BB: We at the Blickbild ask the questions that nobody else dares to ask. What about your child? Suppose he or she has no talent for skiing and the only Olympics that he or she will compete in is the Math Olympics. Will you still love your child?
Neureuther: I will love my baby no matter what he or she wants to do in life.
BB: Even if he or she becomes a biathlete like his or her mother instead of a ski racer like you?
Neureuther: Yes!
BB: Suppose you have two children. One child is a talented skier and outstanding junior racer. The other wants to be a nuclear physicist and has zero interest in ski racing. Would you favor the child who is a ski racer over the one interested in physics?
Neureuther: I would hope that I would love both children equally. After all, my parents did not disown my sister because she stopped racing. They still love her.
BB: It sounds like you will be a very good father even if your kid doesn't turn out to be a ski racer. Now let's talk about the famous Austrian TV incident in St. Moritz with Manuel Feller. You crashed Manuel's interview to tell him that he was lucky for winning a silver medal. Was he really lucky, or did he simply have his best race that day? (see this link, which is in German).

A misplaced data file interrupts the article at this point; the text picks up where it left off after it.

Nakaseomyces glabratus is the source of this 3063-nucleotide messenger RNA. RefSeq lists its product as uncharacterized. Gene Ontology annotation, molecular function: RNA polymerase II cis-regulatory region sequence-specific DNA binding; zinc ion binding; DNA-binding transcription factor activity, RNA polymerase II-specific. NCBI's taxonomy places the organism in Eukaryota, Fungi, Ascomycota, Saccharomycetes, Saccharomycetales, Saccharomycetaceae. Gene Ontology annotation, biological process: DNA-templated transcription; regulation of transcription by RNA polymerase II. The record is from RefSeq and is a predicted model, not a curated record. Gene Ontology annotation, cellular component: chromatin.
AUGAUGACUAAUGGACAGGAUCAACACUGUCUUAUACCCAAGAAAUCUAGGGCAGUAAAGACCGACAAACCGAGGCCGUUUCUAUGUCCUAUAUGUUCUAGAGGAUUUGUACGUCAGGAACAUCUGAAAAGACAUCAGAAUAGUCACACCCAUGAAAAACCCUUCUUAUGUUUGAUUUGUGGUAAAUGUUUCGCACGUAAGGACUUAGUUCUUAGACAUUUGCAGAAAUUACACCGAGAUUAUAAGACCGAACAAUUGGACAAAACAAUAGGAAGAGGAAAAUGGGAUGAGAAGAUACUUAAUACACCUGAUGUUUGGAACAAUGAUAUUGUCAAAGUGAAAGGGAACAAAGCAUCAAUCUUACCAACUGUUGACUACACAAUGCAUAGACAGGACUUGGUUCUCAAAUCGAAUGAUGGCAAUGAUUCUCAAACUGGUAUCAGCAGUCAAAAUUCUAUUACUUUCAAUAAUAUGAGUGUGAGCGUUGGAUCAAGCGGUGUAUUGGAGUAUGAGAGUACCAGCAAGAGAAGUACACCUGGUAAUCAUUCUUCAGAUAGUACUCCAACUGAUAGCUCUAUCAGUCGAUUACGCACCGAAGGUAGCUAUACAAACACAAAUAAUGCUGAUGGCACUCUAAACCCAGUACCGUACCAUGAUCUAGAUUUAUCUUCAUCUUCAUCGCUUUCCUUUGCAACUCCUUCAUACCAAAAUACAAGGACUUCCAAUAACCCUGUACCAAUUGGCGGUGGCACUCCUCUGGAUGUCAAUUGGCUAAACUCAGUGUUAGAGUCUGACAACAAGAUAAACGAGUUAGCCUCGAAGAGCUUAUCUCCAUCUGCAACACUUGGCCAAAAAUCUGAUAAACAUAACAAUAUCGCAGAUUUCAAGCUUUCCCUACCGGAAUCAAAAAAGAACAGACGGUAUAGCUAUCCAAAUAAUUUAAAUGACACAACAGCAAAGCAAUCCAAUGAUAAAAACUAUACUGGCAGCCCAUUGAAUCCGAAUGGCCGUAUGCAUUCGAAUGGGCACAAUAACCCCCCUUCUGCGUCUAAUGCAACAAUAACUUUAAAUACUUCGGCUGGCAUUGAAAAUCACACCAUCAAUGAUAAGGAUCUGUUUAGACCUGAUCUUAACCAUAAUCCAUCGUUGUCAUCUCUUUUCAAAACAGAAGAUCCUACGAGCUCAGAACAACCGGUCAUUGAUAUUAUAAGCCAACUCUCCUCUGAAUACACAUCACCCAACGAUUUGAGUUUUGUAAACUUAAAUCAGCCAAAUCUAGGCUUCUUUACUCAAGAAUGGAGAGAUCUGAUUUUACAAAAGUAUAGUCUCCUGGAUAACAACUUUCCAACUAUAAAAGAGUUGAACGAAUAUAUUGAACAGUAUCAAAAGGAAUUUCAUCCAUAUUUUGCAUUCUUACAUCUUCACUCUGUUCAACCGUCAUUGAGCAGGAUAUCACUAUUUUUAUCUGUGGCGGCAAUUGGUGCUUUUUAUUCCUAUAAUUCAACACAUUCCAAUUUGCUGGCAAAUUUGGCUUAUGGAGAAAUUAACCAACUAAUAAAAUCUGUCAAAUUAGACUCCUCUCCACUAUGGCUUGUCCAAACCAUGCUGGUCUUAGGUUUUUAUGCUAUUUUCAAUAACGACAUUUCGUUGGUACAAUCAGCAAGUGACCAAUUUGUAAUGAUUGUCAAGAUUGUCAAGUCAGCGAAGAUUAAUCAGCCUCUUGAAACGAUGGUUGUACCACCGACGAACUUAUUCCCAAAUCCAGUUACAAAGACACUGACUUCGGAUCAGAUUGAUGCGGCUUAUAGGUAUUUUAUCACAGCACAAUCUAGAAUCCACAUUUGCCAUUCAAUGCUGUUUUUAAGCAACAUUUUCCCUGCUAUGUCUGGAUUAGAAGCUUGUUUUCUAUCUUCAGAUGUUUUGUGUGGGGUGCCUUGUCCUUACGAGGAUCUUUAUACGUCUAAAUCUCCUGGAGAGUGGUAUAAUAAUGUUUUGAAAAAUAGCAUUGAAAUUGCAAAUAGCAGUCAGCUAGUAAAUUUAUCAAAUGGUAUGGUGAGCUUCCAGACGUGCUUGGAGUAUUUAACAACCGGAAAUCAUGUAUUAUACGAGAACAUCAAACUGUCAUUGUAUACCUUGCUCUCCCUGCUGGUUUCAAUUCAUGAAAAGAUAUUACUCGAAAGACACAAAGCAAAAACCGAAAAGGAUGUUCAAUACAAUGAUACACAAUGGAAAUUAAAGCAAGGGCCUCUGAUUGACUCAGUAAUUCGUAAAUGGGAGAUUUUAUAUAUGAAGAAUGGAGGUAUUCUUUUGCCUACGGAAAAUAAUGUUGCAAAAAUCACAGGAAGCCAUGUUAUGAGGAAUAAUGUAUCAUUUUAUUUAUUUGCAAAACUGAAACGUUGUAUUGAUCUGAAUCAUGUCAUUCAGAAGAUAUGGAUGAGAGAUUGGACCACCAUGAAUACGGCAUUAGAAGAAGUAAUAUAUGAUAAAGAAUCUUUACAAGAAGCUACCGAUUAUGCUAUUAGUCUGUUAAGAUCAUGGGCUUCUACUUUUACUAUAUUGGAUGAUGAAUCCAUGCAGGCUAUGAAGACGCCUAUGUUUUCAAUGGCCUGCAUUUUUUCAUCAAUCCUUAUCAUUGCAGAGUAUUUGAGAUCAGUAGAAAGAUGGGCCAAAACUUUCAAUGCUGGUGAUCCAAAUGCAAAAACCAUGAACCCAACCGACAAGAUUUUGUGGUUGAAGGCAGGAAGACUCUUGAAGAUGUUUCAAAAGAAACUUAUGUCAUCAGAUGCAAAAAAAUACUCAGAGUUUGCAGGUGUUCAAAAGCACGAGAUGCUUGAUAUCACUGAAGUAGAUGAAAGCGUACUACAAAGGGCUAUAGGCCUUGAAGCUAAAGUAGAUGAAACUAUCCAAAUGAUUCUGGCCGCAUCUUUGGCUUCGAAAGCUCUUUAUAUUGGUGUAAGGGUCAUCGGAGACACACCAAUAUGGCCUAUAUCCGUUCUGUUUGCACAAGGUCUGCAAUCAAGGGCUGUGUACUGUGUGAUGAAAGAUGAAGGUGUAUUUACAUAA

Neureuther: First of all, Manuel and I are friends and he knew that I was joking around with him. We were both laughing through the interview. He had a good race and I was happy for him. He picked a good time to get his first podium place.
BB: But your bronze medal was because of your skill and speed?
Neureuther: That's right. By the way, is this your first job?
BB: What?
Neureuther: Is this Blickbild job your first job in journalism? You really got lucky working for the Blickbild!
BB: Wait a minute! I earned my job because I am very intrepid. We have the most intrepid reporters in the business!
Neureuther: I think that you had some really good luck to get your job. You Blickbild reporters seem to spend more time on holiday than you do writing stories.
BB: The editor was impressed with my writing and interviewing technique.s And of course my intrepidness. Getting this job had nothing to do with luck.
Neureuther: So you are saying that the more respectable publications would not take you, but the Blickbild did? That sounds like luck to me.